9. Jonathan Somers says

      I went through this exact same process and could never get it to work. I ended up using USB ks files and point to an http source for the install.

    10. says

      That’s what I did Bob, I only did not include the complete string in the post. Maybe I should have.

      It’s just a warning by the way. Hmmm maybe I should edit my article to make it crystal clear.

    11. cjomcs says

      Hi,

      had the same problem with a kickstart installation. In this case there was no dhcp server in the network. The base problem is that the python installer script inside the esx install routine creates a new virtual interface for the console (COS).

      This interface has a mac-address wich is new and always generated. So the only solution to get an ip-adress for the cos interface is to have dhcp in the network enabled. I´ve tried all options to define the interface before the COS interface is build (vc installation guide) and nothing works if there is no dhcp server.

      Hope this helps.

      Best regards
      Christian

    12. says

      I think I’ve found something but I don’t have the opportunity to test it right away:

      The IPAPPEND PXE configuration option specifies that the same network adapter the machine boots from is also used for connecting to the network. See “IPAPPEND,” on page 38.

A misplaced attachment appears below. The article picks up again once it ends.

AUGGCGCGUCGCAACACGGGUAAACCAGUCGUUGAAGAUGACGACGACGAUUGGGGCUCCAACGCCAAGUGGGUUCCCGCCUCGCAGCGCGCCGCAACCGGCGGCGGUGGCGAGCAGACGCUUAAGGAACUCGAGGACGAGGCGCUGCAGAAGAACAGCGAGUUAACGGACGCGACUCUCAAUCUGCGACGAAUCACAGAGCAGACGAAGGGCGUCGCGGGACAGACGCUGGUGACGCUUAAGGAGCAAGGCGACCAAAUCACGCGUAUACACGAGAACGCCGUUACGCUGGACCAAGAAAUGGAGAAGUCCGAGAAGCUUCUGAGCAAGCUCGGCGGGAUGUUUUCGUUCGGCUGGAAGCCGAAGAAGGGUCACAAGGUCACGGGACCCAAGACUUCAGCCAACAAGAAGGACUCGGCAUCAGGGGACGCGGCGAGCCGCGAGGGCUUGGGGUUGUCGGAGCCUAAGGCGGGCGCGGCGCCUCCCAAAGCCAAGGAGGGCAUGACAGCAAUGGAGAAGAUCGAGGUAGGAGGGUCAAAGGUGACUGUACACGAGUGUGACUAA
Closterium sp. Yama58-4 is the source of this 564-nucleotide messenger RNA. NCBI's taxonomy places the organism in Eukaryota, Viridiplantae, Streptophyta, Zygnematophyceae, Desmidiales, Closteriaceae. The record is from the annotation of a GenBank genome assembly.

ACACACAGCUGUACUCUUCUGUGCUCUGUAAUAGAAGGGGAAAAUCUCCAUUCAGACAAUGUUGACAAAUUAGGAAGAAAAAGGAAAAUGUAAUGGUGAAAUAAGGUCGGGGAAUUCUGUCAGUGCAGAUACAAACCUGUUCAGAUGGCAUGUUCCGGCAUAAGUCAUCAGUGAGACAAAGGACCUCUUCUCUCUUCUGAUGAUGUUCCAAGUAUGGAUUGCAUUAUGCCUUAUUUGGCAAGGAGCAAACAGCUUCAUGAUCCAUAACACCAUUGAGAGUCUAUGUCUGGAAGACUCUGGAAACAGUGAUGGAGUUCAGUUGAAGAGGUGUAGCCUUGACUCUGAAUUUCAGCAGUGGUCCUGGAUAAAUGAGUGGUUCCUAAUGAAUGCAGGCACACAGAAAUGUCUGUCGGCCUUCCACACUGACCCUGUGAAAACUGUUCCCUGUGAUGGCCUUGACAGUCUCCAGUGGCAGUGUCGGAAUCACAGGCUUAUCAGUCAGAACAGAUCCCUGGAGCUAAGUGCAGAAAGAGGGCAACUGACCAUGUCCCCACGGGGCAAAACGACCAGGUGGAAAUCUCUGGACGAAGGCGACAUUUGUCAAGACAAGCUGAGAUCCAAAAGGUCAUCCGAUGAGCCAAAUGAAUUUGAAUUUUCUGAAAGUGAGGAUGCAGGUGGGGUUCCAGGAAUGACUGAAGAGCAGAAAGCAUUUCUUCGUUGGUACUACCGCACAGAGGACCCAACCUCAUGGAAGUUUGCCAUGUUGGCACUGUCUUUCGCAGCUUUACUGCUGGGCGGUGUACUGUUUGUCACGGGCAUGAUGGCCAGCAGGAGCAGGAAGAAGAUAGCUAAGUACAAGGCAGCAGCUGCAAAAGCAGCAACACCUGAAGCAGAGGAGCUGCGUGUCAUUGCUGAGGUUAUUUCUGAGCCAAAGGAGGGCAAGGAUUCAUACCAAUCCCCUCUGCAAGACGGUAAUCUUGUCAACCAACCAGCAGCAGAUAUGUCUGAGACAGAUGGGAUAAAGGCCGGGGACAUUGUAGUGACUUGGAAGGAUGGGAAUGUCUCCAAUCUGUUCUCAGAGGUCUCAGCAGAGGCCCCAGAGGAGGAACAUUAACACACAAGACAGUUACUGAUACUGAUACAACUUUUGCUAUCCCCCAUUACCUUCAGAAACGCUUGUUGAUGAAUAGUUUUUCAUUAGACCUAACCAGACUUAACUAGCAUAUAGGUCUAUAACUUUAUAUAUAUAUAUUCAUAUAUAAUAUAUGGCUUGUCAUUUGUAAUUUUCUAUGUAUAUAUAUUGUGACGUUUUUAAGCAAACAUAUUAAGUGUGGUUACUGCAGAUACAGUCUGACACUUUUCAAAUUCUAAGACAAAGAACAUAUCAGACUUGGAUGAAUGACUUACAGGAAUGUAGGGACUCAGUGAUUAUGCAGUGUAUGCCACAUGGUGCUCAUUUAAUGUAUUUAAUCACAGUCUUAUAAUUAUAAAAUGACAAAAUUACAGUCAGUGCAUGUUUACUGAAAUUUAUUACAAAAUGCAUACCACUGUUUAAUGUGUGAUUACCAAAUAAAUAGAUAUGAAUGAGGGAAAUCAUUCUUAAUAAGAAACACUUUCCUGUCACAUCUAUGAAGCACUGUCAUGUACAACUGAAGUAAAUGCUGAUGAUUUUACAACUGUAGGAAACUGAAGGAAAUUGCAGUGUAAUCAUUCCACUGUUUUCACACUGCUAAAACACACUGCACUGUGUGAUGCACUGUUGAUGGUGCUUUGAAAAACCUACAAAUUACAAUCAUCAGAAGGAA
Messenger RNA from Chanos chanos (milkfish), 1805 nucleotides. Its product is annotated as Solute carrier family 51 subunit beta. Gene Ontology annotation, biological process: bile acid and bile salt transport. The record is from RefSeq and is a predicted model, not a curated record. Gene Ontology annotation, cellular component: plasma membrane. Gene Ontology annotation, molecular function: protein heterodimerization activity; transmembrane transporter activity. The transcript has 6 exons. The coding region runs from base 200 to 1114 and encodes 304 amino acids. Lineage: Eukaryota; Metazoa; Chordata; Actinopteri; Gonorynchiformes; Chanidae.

Page 38 in http://www.vmware.com/pdf/vsphere4/r40_u1/vsp_40_u1_esx_vc_installation_guide.pdf

      IPAPPEND

      For scripted installations, the IPAPPEND option specifies that the same network adapter the machine boots from
      is also used for connecting to the network. When you include the IPAPPEND option in the PXE configuration
      file, omit the –device option to the installation script network command. The IPAPPEND option has no impact
      on interactive installations. The following snippet shows how to include the IPAPPEND option in the PXE
      configuration file:
      label Installer
      menu default
      kernel http:///vmlinuz
      append initrd=http:///initrd.img mem=512M vmkopts=debugLogToSerial:1 ks=nfs://
      10.20.118.55/ks.cfg
      IPAPPEND 2
      For the IPAPPEND flag_val, use IPAPPEND 2. IPAPPEND 1 is not required.
      If you omit the network –device option from the installation script, the IPAPPEND option from the PXE configuration

    13. Adam Savage says

      Duncan,